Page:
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For many people the term ‘web accessibility’ relates almost exclusively to blind people who use the internet and online services. While some of the tools, such as screen readers, that are used by visually impaired individuals to surf the web represent some of the more well known examples of web accessibility software in practice, they are far from being reflective of the whole story.
In other words, web accessibility is not something tethered to one particular type of disability or impairment, but rather is a vital subset of user experience that aims to open up websites to the broadest range of people possible. Obviously, this range of people includes those with disabilities, and not just visual ones.
In reality, the types of impairments faced by those using the internet are as varied as the websites they visit. And, in fact, many of these impairments are temporary in nature and can impact any one of us at any given time.
Web Accessibility Isn’t Just for the Blind
Web accessibility is a rich and varied subject that encompasses a wide variety of needs and considerations. To reduce this rich and multifaceted area to being something that caters only to the visually impaired is not only untrue, but also hazardous to the advancement of the cultural conversation around accessibility and what it truly means.
To be clear, the misconception of web accessibility only being an issue for blind people comes from a good place, and it is certainly positive that people are awake to the difficulties presented to those with visual impairments online.
But for the conversation to develop and move forward in a meaningful way, it is vitally important that organizations operating online understand that web accessibility is about far more than making websites friendly to those with blindness and other visual impairments.
A Glimpse of the Full Web Accessibility Spectrum
Let’s take a look at some of the more notable non-visual disability types that have a huge impact on the area of web accessibility:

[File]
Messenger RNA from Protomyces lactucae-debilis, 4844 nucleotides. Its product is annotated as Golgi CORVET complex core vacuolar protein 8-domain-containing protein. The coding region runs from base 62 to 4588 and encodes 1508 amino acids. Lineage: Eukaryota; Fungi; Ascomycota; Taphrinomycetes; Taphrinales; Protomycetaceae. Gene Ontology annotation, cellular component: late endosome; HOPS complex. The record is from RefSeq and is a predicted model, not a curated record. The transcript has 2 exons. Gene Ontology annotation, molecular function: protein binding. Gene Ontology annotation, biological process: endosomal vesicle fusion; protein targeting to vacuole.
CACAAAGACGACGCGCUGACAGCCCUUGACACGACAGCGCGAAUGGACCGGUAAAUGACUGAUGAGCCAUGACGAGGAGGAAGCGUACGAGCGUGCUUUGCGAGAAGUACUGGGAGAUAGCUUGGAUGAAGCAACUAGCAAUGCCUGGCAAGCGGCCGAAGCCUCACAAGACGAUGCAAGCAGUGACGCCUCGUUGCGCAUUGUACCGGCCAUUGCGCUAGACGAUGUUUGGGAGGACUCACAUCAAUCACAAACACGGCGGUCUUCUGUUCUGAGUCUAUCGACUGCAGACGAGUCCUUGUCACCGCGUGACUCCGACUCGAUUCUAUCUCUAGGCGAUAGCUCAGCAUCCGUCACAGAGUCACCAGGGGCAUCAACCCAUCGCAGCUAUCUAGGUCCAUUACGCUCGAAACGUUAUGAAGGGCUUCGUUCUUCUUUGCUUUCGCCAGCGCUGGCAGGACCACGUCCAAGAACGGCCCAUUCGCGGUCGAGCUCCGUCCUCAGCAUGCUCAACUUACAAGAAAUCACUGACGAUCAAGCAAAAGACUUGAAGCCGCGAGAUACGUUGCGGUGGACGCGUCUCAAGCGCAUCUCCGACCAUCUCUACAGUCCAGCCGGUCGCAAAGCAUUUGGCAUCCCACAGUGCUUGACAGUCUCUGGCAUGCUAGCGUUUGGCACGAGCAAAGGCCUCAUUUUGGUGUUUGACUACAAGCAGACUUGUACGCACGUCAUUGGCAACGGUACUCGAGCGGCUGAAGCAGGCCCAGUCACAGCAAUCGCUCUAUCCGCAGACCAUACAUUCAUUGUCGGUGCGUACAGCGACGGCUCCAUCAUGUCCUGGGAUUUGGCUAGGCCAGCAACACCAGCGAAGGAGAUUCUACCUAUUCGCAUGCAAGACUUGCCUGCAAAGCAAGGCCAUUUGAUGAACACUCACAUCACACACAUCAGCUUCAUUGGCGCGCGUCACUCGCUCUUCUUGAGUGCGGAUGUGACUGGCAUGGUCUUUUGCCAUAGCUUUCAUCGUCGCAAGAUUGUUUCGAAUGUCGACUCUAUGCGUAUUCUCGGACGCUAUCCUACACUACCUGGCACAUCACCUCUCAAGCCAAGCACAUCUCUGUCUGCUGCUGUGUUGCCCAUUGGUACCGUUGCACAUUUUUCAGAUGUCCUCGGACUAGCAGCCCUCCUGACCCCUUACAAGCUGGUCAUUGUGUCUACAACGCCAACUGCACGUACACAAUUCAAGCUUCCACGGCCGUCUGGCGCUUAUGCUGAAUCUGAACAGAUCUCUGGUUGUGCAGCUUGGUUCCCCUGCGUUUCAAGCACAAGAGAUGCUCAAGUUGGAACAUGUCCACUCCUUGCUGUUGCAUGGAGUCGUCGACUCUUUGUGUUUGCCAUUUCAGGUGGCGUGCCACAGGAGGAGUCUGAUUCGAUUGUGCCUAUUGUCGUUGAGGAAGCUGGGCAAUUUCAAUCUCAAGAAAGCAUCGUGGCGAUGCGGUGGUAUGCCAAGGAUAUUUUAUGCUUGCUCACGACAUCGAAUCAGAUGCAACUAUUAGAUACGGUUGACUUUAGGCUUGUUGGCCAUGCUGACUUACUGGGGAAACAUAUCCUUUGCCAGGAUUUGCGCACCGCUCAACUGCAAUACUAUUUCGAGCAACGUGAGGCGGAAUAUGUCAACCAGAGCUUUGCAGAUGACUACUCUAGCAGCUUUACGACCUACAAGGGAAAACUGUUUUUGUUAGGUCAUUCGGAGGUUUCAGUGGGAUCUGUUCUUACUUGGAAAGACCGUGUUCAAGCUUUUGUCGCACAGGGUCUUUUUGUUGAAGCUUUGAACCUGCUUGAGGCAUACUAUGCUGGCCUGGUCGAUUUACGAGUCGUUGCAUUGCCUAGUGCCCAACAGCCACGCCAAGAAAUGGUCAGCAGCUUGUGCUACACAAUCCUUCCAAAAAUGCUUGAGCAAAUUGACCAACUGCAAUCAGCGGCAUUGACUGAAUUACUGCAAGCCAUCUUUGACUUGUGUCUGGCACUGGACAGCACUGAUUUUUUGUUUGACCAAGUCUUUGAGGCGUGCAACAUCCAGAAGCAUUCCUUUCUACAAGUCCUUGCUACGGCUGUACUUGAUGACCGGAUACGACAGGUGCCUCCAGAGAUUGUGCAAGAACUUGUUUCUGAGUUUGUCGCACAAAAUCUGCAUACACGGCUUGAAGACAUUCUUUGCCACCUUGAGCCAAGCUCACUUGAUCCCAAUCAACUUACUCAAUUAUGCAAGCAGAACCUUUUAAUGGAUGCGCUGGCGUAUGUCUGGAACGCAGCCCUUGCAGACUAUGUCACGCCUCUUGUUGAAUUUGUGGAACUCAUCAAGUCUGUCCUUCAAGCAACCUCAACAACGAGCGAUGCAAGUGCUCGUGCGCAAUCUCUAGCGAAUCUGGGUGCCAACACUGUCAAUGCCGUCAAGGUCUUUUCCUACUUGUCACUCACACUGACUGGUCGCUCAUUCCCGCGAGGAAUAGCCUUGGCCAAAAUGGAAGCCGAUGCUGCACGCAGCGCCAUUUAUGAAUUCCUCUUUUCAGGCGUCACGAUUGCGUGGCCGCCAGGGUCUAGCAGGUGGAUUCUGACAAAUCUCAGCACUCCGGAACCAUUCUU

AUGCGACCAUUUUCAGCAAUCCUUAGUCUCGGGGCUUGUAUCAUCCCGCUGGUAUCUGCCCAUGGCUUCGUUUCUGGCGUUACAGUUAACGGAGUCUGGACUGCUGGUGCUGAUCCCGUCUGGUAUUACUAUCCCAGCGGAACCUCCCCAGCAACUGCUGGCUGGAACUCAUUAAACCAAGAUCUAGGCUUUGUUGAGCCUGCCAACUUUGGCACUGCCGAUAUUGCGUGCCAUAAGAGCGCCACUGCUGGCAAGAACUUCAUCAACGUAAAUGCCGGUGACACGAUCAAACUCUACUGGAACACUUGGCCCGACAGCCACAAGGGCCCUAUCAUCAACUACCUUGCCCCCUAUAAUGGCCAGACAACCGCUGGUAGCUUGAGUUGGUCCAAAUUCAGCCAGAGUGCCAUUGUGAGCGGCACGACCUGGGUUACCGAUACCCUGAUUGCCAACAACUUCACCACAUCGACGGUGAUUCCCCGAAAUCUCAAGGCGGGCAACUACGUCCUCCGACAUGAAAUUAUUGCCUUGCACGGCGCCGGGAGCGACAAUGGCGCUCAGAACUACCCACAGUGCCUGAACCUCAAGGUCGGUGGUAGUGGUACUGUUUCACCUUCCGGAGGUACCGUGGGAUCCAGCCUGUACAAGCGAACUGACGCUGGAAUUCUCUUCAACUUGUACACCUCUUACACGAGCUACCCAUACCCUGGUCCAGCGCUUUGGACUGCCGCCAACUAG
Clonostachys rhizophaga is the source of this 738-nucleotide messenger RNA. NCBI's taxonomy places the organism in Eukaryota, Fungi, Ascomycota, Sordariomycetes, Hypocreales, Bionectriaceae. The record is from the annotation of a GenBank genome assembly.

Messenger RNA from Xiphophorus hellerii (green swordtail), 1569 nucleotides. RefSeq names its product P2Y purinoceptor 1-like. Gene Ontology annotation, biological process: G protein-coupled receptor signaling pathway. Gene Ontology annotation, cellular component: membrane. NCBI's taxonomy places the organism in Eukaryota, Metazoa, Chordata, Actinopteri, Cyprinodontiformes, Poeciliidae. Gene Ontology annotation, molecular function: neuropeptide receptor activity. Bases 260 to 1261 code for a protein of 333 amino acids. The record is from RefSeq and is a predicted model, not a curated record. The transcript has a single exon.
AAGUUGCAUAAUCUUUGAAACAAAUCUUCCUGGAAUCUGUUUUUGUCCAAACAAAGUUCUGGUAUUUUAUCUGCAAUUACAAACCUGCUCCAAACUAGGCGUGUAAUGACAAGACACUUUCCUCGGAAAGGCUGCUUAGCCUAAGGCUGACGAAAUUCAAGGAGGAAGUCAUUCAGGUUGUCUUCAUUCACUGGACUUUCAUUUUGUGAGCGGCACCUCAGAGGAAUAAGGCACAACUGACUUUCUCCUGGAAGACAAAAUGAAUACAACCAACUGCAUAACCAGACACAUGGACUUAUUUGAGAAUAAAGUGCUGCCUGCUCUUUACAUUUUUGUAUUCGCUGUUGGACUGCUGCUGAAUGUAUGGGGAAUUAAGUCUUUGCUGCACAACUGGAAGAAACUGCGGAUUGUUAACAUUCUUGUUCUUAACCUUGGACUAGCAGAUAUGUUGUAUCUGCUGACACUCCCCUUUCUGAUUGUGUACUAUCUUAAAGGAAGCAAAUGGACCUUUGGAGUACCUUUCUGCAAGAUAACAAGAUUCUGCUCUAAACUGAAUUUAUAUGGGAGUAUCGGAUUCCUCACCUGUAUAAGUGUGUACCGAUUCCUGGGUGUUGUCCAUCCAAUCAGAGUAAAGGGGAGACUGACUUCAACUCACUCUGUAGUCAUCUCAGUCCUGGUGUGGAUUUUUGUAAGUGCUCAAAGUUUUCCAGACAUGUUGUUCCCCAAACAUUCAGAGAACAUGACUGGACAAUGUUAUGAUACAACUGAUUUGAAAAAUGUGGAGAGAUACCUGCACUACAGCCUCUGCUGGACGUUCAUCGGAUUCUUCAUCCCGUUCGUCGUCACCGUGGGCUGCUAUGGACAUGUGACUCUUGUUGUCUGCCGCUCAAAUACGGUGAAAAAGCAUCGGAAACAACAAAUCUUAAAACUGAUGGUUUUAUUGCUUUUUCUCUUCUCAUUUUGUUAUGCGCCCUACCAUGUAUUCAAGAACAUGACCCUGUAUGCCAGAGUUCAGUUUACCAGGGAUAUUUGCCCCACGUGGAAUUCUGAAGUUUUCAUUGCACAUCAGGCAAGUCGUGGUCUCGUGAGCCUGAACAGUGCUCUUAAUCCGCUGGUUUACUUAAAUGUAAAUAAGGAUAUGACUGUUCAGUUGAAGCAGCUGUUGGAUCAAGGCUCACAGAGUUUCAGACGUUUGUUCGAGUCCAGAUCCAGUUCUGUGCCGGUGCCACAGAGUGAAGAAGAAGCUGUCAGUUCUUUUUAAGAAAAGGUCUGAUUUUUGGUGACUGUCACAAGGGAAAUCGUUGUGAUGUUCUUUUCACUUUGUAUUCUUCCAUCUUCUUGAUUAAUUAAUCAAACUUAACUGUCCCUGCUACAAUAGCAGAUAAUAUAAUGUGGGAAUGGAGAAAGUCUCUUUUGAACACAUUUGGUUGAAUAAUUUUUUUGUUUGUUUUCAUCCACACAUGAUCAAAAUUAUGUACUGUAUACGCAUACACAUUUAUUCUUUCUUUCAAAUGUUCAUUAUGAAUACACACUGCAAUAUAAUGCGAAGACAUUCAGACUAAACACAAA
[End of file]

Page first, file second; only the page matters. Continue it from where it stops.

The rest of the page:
Motor impairment refers to the partial or total loss of a function of a body part, usually a limb or limbs. Users with motor impairments will commonly rely on tools such as alternative keyboards and mouth sticks to navigate online.
Hearing Impairments / Deafness
Hearing impairments can be mild, moderate, moderately severe, severe or profound, and can affect both ears. People who suffer from hearing impairments will often be reliant on tools such as braille displays to use the web.
Those with certain cognitive impairments will often find navigating a traditional website to be difficult or even impossible. For this reason, it is important to encourage inclusive practices that remove barriers to those who process information differently.
While the disability types listed above are far from being comprehensive, it should serve to give you an idea of just how much more than visual impairment issues go into web accessibility.
Expanding Your Accessibility Horizons Benefits Everyone
The particular association that people continue to make between web accessibility and visual impairments is really only natural, as it is such an easily recognized impairment that people can immediately understand and relate to—but the simple fact is that good web accessibility practices benefit all users, irrespective of their physical or mental states.
And, while it may not be realistic to expect the general perception of web accessibility to transform and flourish overnight, it is important for organizations to recognize that it is a complex and multi-faceted area that touches upon all aspects of human behavior online.
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